Establishing a Global Standard for Wearable Devices in Sports and Exercise Medicine
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Millions of datapoints are generated daily from consumer sport and fitness wearables. The need for a global standard is rapidly growing.
Let's have a look at how guiding standards could be organized.
Wearable devices generate millions of datapoints, containing a heterogeneity of devices, data types, and contexts for data collection. Guiding standards on device quality and data formats would be beneficial for both companies and customers.
These insights are based on the research of Yale University and several other institutes. Garrett Ash and many others published the paper "Establishing a Global Standard for Wearable Devices in Sport and Exercise Medicine: Perspectives from Academic and Industry Stakeholders" (Full text). Here are the key insights. 👇
For those who like a short text version of the authors' findings, here it is:
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Guiding standards on device quality and data formats could help overcome the complexity of the heterogeneity of devices and data types of wearable devices?
This has been studied by researchers at Yale University and several other institutes. They convened a virtual panel of industry and academic stakeholders to identify facilitators of and barriers to participation in guiding standards and stakeholder priorities.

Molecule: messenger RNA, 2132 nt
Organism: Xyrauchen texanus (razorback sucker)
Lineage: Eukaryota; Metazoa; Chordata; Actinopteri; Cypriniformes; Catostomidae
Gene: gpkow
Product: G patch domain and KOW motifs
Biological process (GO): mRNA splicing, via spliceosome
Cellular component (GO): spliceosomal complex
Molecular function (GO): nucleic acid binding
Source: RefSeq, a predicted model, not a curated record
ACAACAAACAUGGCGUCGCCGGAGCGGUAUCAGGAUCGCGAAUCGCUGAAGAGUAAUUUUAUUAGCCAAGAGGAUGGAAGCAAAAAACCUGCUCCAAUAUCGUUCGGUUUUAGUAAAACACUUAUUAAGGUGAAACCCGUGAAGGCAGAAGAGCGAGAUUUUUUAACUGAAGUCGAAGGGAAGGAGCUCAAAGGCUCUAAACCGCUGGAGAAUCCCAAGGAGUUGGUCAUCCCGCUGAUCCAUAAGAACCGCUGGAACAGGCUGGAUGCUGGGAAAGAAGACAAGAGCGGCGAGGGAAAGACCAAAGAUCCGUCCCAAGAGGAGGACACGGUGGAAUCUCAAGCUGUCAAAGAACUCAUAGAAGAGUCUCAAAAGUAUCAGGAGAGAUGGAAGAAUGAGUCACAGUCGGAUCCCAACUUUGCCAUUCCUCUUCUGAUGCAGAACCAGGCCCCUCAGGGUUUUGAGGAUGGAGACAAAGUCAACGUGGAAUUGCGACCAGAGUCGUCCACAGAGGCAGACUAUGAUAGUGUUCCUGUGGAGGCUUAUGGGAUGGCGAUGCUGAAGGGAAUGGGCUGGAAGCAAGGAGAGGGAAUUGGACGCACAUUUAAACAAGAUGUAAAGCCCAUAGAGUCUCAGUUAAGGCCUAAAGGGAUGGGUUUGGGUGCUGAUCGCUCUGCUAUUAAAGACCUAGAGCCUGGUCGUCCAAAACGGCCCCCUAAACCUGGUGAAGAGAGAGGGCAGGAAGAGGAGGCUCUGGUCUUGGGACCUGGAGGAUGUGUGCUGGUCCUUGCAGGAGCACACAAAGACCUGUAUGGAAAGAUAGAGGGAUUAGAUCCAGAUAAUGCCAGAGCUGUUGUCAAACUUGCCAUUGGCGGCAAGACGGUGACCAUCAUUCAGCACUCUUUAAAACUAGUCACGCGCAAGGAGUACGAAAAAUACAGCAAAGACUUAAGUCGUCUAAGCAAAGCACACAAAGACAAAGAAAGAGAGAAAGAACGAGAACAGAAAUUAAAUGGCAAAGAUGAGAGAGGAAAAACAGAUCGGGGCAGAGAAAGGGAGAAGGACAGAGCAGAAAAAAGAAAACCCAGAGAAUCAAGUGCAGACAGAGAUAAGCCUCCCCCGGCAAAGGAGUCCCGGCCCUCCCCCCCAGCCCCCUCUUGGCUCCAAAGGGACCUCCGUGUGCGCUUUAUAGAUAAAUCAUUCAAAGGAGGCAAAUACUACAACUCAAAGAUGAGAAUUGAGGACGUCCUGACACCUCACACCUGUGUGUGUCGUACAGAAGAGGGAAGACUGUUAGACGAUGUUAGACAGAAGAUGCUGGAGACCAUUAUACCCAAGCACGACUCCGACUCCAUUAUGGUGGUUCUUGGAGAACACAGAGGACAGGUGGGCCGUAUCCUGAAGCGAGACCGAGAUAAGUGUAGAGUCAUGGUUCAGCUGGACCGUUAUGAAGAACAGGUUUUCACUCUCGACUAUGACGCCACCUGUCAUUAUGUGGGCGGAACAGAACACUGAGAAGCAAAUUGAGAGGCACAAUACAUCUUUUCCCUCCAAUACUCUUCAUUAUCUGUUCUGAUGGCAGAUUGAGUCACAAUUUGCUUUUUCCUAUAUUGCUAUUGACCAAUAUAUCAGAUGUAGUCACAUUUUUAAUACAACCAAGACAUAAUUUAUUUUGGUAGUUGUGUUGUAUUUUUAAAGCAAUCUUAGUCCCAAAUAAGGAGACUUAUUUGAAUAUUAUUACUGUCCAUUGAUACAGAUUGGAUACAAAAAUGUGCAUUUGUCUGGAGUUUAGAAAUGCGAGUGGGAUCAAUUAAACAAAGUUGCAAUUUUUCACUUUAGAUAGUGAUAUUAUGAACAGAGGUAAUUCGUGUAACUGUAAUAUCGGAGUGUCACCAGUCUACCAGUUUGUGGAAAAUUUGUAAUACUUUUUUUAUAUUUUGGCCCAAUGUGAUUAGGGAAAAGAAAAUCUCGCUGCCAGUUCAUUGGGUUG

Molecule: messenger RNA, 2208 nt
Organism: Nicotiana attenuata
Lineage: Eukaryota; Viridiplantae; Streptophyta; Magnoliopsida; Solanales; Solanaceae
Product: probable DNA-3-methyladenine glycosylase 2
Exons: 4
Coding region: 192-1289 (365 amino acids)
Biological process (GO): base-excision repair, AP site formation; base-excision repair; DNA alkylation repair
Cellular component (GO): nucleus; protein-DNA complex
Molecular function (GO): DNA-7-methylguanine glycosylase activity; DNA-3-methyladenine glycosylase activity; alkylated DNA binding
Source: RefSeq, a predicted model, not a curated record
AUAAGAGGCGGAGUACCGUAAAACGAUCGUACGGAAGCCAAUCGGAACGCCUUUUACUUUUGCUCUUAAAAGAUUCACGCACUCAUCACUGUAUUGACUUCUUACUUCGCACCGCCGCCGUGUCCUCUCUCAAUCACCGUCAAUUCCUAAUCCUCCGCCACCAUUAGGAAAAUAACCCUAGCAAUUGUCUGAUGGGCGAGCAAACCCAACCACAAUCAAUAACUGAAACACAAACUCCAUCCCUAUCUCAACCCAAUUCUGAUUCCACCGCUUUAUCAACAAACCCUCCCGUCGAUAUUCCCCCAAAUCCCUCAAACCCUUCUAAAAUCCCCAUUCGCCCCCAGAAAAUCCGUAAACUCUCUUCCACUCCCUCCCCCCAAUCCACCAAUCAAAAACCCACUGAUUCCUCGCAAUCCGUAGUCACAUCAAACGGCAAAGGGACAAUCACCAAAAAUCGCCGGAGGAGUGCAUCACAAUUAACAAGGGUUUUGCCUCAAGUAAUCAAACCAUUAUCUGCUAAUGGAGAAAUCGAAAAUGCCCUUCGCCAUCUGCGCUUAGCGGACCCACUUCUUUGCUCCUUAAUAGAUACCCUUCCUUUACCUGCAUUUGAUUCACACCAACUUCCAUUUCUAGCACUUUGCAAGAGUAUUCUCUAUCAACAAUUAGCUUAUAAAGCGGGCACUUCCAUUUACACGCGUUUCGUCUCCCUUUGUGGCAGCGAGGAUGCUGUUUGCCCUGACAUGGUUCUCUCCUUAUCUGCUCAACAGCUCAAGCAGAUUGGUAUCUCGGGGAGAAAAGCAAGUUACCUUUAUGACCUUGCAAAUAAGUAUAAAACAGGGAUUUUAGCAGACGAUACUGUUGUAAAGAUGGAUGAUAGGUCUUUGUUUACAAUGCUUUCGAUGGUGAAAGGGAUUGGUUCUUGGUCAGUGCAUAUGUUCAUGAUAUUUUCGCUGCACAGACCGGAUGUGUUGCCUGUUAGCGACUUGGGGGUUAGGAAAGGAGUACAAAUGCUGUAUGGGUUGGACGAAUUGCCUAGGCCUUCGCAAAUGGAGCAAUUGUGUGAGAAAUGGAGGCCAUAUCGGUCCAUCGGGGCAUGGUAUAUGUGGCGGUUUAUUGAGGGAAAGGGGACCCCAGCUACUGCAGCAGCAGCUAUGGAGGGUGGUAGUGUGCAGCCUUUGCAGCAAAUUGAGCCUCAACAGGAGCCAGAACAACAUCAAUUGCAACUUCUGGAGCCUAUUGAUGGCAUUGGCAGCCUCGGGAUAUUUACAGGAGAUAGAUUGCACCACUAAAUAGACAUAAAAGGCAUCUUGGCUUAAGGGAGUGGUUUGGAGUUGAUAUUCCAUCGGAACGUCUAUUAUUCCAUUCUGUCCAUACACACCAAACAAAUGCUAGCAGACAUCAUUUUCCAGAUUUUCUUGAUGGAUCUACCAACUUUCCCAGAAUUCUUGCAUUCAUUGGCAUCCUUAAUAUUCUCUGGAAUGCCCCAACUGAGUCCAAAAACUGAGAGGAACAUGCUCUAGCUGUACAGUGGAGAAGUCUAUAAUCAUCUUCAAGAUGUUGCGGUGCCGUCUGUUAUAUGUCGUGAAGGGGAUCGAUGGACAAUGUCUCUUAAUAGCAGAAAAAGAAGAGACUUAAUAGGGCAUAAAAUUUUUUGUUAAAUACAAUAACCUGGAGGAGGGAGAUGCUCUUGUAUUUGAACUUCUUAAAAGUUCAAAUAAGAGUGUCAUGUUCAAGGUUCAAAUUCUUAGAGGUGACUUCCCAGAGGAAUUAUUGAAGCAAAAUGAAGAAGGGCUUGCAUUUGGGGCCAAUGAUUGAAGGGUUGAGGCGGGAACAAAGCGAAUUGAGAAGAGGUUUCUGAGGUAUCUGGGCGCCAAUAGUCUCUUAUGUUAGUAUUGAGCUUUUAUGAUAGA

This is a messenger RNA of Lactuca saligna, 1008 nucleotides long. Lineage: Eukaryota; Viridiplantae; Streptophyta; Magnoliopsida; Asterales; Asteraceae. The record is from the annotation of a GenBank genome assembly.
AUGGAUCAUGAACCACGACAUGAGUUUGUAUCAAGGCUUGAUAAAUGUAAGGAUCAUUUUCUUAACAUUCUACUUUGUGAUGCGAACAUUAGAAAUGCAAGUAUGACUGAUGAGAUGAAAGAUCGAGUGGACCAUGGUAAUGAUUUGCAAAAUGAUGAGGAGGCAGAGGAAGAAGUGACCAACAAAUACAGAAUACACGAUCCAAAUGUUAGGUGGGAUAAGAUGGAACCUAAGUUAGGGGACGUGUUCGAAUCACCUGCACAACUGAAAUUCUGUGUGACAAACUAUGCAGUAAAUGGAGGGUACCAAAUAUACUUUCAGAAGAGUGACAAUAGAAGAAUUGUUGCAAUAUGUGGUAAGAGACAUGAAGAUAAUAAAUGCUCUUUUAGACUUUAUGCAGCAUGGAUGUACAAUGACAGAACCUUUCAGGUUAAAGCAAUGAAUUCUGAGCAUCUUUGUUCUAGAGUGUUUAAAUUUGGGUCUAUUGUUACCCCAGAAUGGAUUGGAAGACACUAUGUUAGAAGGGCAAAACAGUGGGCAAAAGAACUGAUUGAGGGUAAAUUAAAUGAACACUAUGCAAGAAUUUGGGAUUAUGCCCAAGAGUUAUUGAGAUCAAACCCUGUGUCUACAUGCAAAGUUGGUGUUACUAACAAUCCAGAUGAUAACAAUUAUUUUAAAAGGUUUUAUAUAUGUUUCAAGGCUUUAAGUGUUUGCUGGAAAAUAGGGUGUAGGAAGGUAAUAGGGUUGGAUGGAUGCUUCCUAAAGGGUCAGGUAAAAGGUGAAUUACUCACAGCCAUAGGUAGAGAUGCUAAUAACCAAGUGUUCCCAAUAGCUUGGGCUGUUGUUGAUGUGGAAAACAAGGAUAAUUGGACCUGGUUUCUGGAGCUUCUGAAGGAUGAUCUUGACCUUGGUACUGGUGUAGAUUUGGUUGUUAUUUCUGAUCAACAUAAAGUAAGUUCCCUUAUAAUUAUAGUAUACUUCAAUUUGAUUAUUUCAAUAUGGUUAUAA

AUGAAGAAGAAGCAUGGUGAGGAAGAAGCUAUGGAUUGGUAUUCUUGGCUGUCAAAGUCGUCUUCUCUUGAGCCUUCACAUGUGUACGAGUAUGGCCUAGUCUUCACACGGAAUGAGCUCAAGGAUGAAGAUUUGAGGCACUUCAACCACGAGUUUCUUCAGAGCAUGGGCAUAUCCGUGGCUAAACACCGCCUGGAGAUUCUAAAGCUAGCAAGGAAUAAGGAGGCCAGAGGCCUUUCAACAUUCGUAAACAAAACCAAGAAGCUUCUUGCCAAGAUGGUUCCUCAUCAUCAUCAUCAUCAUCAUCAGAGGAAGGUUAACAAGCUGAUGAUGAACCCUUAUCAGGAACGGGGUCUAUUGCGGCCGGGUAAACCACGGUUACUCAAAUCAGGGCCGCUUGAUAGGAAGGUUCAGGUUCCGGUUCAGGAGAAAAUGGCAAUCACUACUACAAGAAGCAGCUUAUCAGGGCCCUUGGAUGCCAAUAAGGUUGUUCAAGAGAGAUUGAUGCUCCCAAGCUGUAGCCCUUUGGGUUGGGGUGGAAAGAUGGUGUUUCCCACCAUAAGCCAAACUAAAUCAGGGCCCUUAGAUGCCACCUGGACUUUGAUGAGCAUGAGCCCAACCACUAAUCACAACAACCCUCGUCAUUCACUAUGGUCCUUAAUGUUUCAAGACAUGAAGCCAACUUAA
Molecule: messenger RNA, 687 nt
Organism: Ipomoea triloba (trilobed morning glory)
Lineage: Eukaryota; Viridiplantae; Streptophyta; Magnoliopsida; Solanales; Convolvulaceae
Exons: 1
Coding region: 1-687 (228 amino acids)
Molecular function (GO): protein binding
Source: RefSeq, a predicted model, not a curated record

As a result they found a general agreement about the following key points:
- A networking hub that connects companies to consumers and researchers instead of adding prescriptive or regulatory steps would be very useful.
- Keadle et al.’s standard pathway for testing devices could be a useful framework to guide standards.
- Researchers would like the standards to be set at the benchtop testing phase in the framework, whereas companies want to focus on the analytics on big data.
They proposed the following strategies to develop the networking hub to create these guiding standards:
- The hub should organize networking events, and create peer-reviewed journals for the resulting studies to be published.
- Webinars and consultations can provide companies with needs assessment and initial networking introductions.
- The aim should not be to introduce mandatory regulatory costs, but rather provide standards that companies, researchers, and consumers find valuable.
The Sports Tech Research Network actually corresponds to this definition of a networking hub.
Our hub enables innovative companies to connect with research and sports practice experts to create more valuable products and services.
Reach out to STRN (as a practitioner, researcher, or R&D professional) and we will connect you with relevant partners.
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